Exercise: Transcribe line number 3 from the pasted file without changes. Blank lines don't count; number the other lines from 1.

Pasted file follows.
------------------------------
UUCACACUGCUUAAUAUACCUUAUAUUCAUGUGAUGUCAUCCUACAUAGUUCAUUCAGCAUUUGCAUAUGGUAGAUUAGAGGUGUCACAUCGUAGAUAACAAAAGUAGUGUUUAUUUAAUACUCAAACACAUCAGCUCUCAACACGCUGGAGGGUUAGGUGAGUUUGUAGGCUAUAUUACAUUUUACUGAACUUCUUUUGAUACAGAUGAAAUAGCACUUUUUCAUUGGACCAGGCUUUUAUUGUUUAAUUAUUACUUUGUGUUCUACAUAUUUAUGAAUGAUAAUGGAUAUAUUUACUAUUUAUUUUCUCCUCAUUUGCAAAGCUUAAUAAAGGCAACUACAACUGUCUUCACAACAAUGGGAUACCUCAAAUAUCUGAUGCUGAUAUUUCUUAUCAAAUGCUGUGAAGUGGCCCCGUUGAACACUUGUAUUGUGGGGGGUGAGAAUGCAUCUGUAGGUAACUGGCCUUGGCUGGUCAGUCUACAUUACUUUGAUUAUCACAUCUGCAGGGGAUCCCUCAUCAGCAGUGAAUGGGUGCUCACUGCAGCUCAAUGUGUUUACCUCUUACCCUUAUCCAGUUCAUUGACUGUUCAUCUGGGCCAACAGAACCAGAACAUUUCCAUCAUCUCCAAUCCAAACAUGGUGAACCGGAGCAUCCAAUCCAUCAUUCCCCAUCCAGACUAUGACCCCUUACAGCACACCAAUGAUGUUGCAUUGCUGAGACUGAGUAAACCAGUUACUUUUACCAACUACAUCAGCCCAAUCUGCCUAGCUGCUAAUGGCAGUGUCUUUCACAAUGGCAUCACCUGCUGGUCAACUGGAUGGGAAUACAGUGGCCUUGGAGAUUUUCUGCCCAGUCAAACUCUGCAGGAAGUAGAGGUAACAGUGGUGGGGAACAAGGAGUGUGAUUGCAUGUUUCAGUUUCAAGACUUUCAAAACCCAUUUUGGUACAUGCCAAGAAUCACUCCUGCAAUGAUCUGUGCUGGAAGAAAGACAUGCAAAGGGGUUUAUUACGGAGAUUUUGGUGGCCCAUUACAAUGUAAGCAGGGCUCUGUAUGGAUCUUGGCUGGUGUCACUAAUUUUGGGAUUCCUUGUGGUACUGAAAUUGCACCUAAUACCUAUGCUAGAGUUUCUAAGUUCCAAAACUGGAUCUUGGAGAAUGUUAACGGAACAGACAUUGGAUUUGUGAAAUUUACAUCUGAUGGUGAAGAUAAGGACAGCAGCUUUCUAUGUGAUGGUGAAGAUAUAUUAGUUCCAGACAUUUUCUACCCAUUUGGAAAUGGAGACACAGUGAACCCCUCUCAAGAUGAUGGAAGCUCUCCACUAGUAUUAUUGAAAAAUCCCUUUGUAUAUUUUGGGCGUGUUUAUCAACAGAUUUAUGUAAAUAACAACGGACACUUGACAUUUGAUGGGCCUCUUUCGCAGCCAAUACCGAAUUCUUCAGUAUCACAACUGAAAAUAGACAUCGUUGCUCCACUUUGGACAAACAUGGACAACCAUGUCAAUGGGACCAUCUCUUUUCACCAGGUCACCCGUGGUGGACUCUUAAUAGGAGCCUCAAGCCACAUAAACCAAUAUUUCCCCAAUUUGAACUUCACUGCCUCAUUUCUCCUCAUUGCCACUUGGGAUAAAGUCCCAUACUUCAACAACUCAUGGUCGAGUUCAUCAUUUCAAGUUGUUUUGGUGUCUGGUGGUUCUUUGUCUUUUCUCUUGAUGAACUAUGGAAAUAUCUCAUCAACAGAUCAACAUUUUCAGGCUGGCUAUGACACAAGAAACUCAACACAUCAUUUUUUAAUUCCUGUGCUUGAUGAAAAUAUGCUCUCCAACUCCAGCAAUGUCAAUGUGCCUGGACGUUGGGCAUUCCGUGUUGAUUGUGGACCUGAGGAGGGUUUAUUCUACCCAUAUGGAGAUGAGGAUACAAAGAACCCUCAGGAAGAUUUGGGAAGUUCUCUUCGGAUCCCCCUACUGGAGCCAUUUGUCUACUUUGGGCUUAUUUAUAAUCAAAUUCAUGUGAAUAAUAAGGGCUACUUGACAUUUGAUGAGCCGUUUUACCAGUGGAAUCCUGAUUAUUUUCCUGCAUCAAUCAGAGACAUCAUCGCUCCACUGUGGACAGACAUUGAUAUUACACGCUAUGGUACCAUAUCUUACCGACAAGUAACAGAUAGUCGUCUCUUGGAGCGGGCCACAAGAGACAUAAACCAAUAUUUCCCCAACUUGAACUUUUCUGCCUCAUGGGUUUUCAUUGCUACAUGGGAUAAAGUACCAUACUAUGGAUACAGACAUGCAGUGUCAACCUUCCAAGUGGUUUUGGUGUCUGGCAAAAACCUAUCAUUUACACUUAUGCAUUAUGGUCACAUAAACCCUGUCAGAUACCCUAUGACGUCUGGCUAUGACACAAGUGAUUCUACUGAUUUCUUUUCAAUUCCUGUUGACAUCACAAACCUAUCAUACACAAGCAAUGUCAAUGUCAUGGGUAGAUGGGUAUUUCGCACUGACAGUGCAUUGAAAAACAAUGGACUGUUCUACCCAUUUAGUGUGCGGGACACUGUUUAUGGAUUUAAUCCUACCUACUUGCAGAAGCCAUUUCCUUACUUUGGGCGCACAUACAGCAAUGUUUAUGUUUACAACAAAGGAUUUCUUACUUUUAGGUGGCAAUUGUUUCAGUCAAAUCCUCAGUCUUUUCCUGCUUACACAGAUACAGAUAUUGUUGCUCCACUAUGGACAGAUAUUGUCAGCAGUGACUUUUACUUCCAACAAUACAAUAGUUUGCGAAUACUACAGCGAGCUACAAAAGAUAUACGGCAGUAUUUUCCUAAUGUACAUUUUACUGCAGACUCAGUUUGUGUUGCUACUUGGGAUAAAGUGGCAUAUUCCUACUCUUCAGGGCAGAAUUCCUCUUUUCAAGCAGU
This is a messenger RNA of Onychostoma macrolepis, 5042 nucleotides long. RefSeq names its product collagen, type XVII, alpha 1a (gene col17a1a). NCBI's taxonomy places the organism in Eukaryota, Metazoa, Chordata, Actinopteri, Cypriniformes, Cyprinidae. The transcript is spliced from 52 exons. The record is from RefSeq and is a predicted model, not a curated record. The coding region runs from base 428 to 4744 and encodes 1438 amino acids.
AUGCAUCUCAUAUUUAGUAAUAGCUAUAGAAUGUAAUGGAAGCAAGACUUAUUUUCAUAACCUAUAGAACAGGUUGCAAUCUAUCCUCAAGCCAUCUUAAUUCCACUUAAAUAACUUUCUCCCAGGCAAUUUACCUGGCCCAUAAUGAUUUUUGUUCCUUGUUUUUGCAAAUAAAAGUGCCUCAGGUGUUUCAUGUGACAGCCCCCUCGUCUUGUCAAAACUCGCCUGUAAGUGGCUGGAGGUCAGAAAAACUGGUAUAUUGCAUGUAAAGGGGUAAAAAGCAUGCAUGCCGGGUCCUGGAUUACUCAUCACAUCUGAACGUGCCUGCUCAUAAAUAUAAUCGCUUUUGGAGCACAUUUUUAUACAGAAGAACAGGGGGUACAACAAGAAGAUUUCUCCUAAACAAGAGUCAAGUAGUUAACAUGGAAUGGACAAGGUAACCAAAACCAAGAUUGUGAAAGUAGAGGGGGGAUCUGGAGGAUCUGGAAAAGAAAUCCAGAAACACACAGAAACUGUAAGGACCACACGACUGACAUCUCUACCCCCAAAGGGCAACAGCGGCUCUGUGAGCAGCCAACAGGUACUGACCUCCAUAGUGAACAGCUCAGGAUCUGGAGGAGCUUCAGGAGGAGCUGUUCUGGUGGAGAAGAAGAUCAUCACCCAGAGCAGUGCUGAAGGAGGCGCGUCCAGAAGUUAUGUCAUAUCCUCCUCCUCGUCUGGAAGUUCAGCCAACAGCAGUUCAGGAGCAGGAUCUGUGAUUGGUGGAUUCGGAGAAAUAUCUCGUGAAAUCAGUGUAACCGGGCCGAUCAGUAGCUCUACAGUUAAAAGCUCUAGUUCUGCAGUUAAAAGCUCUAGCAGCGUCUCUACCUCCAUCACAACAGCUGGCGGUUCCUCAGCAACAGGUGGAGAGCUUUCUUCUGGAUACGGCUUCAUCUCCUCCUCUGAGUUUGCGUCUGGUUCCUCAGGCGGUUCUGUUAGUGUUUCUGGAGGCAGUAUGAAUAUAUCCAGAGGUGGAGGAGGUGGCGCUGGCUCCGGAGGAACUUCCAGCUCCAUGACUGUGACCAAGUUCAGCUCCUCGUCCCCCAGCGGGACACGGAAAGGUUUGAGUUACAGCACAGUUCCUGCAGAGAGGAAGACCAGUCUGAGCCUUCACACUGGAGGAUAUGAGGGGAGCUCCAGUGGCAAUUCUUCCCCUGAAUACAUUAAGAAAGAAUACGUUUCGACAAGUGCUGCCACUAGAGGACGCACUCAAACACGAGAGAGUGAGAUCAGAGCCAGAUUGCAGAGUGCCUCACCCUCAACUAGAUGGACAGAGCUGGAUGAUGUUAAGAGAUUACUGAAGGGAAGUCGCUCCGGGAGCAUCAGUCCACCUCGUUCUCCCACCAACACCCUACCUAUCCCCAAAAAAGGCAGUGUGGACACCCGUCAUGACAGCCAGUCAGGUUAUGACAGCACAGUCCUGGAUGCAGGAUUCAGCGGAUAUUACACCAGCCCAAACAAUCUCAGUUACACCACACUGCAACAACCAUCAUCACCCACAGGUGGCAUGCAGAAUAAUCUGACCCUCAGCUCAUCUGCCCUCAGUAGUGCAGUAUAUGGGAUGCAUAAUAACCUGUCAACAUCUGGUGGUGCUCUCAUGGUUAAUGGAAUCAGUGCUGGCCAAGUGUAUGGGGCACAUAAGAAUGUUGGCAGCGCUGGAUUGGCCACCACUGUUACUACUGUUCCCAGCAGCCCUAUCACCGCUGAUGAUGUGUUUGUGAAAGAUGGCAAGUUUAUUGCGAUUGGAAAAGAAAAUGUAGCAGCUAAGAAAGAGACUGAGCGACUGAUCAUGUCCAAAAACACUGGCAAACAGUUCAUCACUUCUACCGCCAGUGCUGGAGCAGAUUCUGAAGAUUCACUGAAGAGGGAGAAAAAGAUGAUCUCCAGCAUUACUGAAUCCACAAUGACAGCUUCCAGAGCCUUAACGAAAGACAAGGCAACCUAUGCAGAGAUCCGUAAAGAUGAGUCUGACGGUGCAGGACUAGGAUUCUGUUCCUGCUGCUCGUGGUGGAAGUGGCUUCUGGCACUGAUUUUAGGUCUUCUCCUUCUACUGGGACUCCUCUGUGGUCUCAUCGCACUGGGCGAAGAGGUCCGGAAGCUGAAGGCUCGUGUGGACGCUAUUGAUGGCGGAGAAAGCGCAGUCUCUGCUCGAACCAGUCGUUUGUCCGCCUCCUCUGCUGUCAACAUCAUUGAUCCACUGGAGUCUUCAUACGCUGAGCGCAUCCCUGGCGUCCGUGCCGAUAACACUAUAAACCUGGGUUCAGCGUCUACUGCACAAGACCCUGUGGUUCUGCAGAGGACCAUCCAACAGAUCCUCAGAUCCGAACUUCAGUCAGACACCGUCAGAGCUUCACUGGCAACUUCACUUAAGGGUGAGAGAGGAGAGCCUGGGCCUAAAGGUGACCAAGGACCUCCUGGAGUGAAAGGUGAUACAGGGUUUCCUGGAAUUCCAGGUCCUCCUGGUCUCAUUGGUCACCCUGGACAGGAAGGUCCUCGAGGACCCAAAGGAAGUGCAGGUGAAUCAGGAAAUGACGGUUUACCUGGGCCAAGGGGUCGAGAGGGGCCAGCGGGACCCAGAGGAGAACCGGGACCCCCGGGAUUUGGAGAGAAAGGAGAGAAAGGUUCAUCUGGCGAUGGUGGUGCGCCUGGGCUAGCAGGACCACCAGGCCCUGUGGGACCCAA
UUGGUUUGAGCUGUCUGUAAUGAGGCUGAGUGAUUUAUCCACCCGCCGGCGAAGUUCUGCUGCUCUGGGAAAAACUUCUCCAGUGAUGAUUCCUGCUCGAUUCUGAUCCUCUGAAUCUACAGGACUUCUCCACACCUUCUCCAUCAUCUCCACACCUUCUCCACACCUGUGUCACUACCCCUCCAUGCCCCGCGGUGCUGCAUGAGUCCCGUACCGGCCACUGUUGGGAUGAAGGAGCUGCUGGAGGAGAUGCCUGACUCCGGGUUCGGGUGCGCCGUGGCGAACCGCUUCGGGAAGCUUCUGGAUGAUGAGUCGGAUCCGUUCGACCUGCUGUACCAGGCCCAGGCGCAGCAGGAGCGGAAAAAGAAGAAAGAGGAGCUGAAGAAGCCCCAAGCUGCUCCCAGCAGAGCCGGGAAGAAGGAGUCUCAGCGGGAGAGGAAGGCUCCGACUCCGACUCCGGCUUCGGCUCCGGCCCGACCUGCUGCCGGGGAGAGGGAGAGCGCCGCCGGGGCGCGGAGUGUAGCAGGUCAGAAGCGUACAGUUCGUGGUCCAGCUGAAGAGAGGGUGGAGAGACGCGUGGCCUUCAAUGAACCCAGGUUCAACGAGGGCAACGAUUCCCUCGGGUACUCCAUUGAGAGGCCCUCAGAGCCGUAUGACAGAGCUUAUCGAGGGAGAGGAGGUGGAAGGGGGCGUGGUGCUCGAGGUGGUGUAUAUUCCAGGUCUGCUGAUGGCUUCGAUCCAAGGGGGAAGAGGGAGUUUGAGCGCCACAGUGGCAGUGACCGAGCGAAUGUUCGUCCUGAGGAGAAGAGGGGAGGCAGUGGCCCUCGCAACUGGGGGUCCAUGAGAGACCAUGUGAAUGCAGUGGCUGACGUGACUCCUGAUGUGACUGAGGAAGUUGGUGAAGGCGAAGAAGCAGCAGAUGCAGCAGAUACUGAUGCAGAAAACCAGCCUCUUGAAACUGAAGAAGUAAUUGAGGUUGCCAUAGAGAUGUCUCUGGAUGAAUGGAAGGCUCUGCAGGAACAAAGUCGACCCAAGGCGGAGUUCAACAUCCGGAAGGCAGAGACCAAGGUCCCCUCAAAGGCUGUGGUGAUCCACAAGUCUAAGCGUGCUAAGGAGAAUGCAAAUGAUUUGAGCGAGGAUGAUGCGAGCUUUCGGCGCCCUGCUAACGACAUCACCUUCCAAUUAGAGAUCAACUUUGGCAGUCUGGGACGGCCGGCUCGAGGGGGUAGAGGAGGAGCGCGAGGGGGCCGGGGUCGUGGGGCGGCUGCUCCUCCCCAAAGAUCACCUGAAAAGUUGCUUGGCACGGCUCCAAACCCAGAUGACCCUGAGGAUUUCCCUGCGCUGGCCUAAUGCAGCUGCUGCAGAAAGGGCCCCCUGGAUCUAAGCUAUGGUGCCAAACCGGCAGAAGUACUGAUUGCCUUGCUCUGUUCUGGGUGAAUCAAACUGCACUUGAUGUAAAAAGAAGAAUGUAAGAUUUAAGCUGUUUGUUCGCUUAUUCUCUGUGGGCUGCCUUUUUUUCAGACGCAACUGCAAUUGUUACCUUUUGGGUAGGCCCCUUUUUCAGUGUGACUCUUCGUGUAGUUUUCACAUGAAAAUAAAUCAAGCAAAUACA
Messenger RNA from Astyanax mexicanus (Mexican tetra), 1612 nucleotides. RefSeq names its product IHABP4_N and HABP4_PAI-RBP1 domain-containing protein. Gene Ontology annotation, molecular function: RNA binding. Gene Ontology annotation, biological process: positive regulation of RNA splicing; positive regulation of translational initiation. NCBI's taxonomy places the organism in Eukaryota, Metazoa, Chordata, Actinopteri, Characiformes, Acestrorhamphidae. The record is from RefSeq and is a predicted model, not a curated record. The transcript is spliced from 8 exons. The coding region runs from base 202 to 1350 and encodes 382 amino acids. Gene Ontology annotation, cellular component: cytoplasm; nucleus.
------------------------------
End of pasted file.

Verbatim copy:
AUGCAUCUCAUAUUUAGUAAUAGCUAUAGAAUGUAAUGGAAGCAAGACUUAUUUUCAUAACCUAUAGAACAGGUUGCAAUCUAUCCUCAAGCCAUCUUAAUUCCACUUAAAUAACUUUCUCCCAGGCAAUUUACCUGGCCCAUAAUGAUUUUUGUUCCUUGUUUUUGCAAAUAAAAGUGCCUCAGGUGUUUCAUGUGACAGCCCCCUCGUCUUGUCAAAACUCGCCUGUAAGUGGCUGGAGGUCAGAAAAACUGGUAUAUUGCAUGUAAAGGGGUAAAAAGCAUGCAUGCCGGGUCCUGGAUUACUCAUCACAUCUGAACGUGCCUGCUCAUAAAUAUAAUCGCUUUUGGAGCACAUUUUUAUACAGAAGAACAGGGGGUACAACAAGAAGAUUUCUCCUAAACAAGAGUCAAGUAGUUAACAUGGAAUGGACAAGGUAACCAAAACCAAGAUUGUGAAAGUAGAGGGGGGAUCUGGAGGAUCUGGAAAAGAAAUCCAGAAACACACAGAAACUGUAAGGACCACACGACUGACAUCUCUACCCCCAAAGGGCAACAGCGGCUCUGUGAGCAGCCAACAGGUACUGACCUCCAUAGUGAACAGCUCAGGAUCUGGAGGAGCUUCAGGAGGAGCUGUUCUGGUGGAGAAGAAGAUCAUCACCCAGAGCAGUGCUGAAGGAGGCGCGUCCAGAAGUUAUGUCAUAUCCUCCUCCUCGUCUGGAAGUUCAGCCAACAGCAGUUCAGGAGCAGGAUCUGUGAUUGGUGGAUUCGGAGAAAUAUCUCGUGAAAUCAGUGUAACCGGGCCGAUCAGUAGCUCUACAGUUAAAAGCUCUAGUUCUGCAGUUAAAAGCUCUAGCAGCGUCUCUACCUCCAUCACAACAGCUGGCGGUUCCUCAGCAACAGGUGGAGAGCUUUCUUCUGGAUACGGCUUCAUCUCCUCCUCUGAGUUUGCGUCUGGUUCCUCAGGCGGUUCUGUUAGUGUUUCUGGAGGCAGUAUGAAUAUAUCCAGAGGUGGAGGAGGUGGCGCUGGCUCCGGAGGAACUUCCAGCUCCAUGACUGUGACCAAGUUCAGCUCCUCGUCCCCCAGCGGGACACGGAAAGGUUUGAGUUACAGCACAGUUCCUGCAGAGAGGAAGACCAGUCUGAGCCUUCACACUGGAGGAUAUGAGGGGAGCUCCAGUGGCAAUUCUUCCCCUGAAUACAUUAAGAAAGAAUACGUUUCGACAAGUGCUGCCACUAGAGGACGCACUCAAACACGAGAGAGUGAGAUCAGAGCCAGAUUGCAGAGUGCCUCACCCUCAACUAGAUGGACAGAGCUGGAUGAUGUUAAGAGAUUACUGAAGGGAAGUCGCUCCGGGAGCAUCAGUCCACCUCGUUCUCCCACCAACACCCUACCUAUCCCCAAAAAAGGCAGUGUGGACACCCGUCAUGACAGCCAGUCAGGUUAUGACAGCACAGUCCUGGAUGCAGGAUUCAGCGGAUAUUACACCAGCCCAAACAAUCUCAGUUACACCACACUGCAACAACCAUCAUCACCCACAGGUGGCAUGCAGAAUAAUCUGACCCUCAGCUCAUCUGCCCUCAGUAGUGCAGUAUAUGGGAUGCAUAAUAACCUGUCAACAUCUGGUGGUGCUCUCAUGGUUAAUGGAAUCAGUGCUGGCCAAGUGUAUGGGGCACAUAAGAAUGUUGGCAGCGCUGGAUUGGCCACCACUGUUACUACUGUUCCCAGCAGCCCUAUCACCGCUGAUGAUGUGUUUGUGAAAGAUGGCAAGUUUAUUGCGAUUGGAAAAGAAAAUGUAGCAGCUAAGAAAGAGACUGAGCGACUGAUCAUGUCCAAAAACACUGGCAAACAGUUCAUCACUUCUACCGCCAGUGCUGGAGCAGAUUCUGAAGAUUCACUGAAGAGGGAGAAAAAGAUGAUCUCCAGCAUUACUGAAUCCACAAUGACAGCUUCCAGAGCCUUAACGAAAGACAAGGCAACCUAUGCAGAGAUCCGUAAAGAUGAGUCUGACGGUGCAGGACUAGGAUUCUGUUCCUGCUGCUCGUGGUGGAAGUGGCUUCUGGCACUGAUUUUAGGUCUUCUCCUUCUACUGGGACUCCUCUGUGGUCUCAUCGCACUGGGCGAAGAGGUCCGGAAGCUGAAGGCUCGUGUGGACGCUAUUGAUGGCGGAGAAAGCGCAGUCUCUGCUCGAACCAGUCGUUUGUCCGCCUCCUCUGCUGUCAACAUCAUUGAUCCACUGGAGUCUUCAUACGCUGAGCGCAUCCCUGGCGUCCGUGCCGAUAACACUAUAAACCUGGGUUCAGCGUCUACUGCACAAGACCCUGUGGUUCUGCAGAGGACCAUCCAACAGAUCCUCAGAUCCGAACUUCAGUCAGACACCGUCAGAGCUUCACUGGCAACUUCACUUAAGGGUGAGAGAGGAGAGCCUGGGCCUAAAGGUGACCAAGGACCUCCUGGAGUGAAAGGUGAUACAGGGUUUCCUGGAAUUCCAGGUCCUCCUGGUCUCAUUGGUCACCCUGGACAGGAAGGUCCUCGAGGACCCAAAGGAAGUGCAGGUGAAUCAGGAAAUGACGGUUUACCUGGGCCAAGGGGUCGAGAGGGGCCAGCGGGACCCAGAGGAGAACCGGGACCCCCGGGAUUUGGAGAGAAAGGAGAGAAAGGUUCAUCUGGCGAUGGUGGUGCGCCUGGGCUAGCAGGACCACCAGGCCCUGUGGGACCCAA